As I mentioned above, I fast drafted for NaNo 2013 and while this was incredibly difficult (you can read more about my experiences in the posts tagged fast draft), it also gave me great satisfaction. I finished a first draft in 2 weeks and I now have the building blocks in place to build a more solid novel with.
And last, but not least, Jami Gold's Planning for Pantsers workshop and her beatsheets were of immense help. (You'll find a list of her current workshops on this page.) The beatsheets kept me on track structure- and time-wise last November. She is a fantastic teacher and she has several articles about beatsheets on her blog, which you can find here, here and here.
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I'm adding in an extra little bit at the end of this section on process because I'm a SAHM with a lively, funny, wonderful, mischievous 3-year old, and this presents all kinds of interesting challenges to finding time to write.
- I've learned that I need to be completely present to whatever is going on in the moment. If I'm daydreaming about characters or plots, and wanting to be somewhere other than where I am, my little guy knows. And then the inventive attention-seeking starts.
- The best thing, I've found, is to quickly jot down my thoughts and ideas in a notebook that I always have to hand, explain to him what I'm doing and why (so he feels involved) and then get back to spending quality time with him. Childhood doesn't last forever, and right now I am building the foundations of what I hope will be a strong, loving, trusting relationship with him when he's older.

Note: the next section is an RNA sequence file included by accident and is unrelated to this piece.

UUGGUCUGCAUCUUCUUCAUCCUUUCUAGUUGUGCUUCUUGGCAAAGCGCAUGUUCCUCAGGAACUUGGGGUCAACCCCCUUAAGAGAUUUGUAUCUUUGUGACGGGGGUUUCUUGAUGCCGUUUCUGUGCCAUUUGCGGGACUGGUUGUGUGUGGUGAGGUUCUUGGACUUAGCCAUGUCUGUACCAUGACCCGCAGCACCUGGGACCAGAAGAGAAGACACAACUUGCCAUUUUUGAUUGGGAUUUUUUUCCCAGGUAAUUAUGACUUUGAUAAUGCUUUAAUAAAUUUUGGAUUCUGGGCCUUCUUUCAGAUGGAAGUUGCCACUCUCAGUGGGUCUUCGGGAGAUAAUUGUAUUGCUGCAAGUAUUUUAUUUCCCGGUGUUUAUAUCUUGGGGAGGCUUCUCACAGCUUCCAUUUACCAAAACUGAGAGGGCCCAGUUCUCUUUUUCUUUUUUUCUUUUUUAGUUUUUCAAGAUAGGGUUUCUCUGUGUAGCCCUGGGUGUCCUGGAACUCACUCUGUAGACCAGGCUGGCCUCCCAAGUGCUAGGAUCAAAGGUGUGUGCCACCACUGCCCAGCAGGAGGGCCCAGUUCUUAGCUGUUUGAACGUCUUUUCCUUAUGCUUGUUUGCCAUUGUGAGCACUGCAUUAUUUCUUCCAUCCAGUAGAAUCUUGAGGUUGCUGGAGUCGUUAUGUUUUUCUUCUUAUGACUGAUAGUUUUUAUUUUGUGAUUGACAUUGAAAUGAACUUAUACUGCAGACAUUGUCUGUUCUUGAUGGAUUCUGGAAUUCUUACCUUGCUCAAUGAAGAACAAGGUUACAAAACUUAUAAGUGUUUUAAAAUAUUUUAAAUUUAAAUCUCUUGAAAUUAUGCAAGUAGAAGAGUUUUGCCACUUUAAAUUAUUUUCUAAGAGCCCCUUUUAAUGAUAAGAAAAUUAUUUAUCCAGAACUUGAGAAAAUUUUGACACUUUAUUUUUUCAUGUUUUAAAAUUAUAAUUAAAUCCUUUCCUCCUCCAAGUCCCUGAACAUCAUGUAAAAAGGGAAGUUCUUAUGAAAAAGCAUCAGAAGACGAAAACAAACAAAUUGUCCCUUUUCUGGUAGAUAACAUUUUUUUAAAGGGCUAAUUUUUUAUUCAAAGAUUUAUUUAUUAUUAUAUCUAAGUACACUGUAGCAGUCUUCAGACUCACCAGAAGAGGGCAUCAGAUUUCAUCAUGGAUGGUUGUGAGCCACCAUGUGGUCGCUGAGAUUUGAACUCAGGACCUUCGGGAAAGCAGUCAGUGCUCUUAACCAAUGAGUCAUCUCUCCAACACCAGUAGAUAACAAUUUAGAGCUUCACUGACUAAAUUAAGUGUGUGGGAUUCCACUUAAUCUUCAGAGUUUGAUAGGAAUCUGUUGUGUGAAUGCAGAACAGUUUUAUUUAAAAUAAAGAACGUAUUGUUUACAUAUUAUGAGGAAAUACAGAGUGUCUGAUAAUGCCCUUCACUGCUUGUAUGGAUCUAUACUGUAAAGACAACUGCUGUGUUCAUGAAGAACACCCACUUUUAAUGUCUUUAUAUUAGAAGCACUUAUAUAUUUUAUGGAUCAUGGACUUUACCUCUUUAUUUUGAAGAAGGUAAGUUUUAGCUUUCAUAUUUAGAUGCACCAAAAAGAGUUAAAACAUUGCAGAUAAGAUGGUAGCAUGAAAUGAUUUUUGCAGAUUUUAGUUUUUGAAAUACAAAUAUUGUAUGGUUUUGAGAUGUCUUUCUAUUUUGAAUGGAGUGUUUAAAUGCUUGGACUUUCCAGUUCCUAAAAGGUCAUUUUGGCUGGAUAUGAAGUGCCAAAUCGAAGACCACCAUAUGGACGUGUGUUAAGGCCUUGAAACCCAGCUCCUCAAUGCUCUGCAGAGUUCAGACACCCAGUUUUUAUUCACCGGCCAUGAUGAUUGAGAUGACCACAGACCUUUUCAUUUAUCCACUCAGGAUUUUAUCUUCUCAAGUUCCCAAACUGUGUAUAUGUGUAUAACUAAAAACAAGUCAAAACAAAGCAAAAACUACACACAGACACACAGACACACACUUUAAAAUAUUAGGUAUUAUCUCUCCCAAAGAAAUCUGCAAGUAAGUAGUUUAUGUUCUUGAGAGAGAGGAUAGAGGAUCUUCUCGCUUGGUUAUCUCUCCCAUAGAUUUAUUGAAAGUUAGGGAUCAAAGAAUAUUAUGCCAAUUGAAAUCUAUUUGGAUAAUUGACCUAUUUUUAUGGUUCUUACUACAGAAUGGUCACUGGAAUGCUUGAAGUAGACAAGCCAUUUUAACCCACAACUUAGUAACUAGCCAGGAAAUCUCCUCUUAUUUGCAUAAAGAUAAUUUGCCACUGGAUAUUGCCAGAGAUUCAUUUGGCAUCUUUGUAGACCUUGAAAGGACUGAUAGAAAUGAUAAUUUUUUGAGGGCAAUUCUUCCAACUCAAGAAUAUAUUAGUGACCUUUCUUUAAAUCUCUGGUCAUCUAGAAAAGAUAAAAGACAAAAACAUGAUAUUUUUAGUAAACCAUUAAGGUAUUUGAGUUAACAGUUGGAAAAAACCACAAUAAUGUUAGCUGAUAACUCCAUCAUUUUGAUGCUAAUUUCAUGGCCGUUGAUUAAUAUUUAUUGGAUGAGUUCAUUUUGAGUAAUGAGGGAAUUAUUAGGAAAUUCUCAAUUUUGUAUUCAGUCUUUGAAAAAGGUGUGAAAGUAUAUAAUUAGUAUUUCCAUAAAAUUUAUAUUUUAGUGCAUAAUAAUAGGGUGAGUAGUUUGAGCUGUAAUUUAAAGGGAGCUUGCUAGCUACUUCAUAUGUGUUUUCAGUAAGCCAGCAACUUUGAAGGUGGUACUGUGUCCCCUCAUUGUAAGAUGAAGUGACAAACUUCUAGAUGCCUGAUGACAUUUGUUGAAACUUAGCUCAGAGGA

- On the other hand, it's important that he sees me follow my dreams because it encourages him to do the same. How does the saying go? "The world belongs to those who believe in the beauty of their dreams."
- Acceptance is another important quality. Sometimes writing plans have to go on hold if my little guy is sick, or upset, or something unforeseen has come up at work and my husband has to do overtime. Or if I'm simply exhausted, my well is empty, and I need to relax and let it fill back up again. There's no point in wishing it were otherwise. I just have to accept it, and let go of the frustration and disappointment. Buddhism for Mothers by Sarah Napthali is a resource I dip into every now and again, to remind me what it's all about.
- Finally, I've found that how I look at challenges makes a huge difference to the outcome. If I say, "Oh, I can't do that, there's no one to keep an eye on my 3 year old," then that's the end of the matter. I can't do it. But if I say, "How can I do this and have my 3 year old taken care of, too?", then I've left room for possibilities and answers. With the lack of family around to babysit, I've sometimes headed to MacDonalds to write while my little guy plays in the play area with any other kids that happen to be there. He's happy, I'm happy. :)
Essentially, my message is this: Writing with small kids is not impossible, it's just more of a challenge, but with the right mindset, the challenges can be worked through for a win-win. The only way to fail is to not try.
So, "Aim for the moon, for even if you miss, you'll still land among the stars."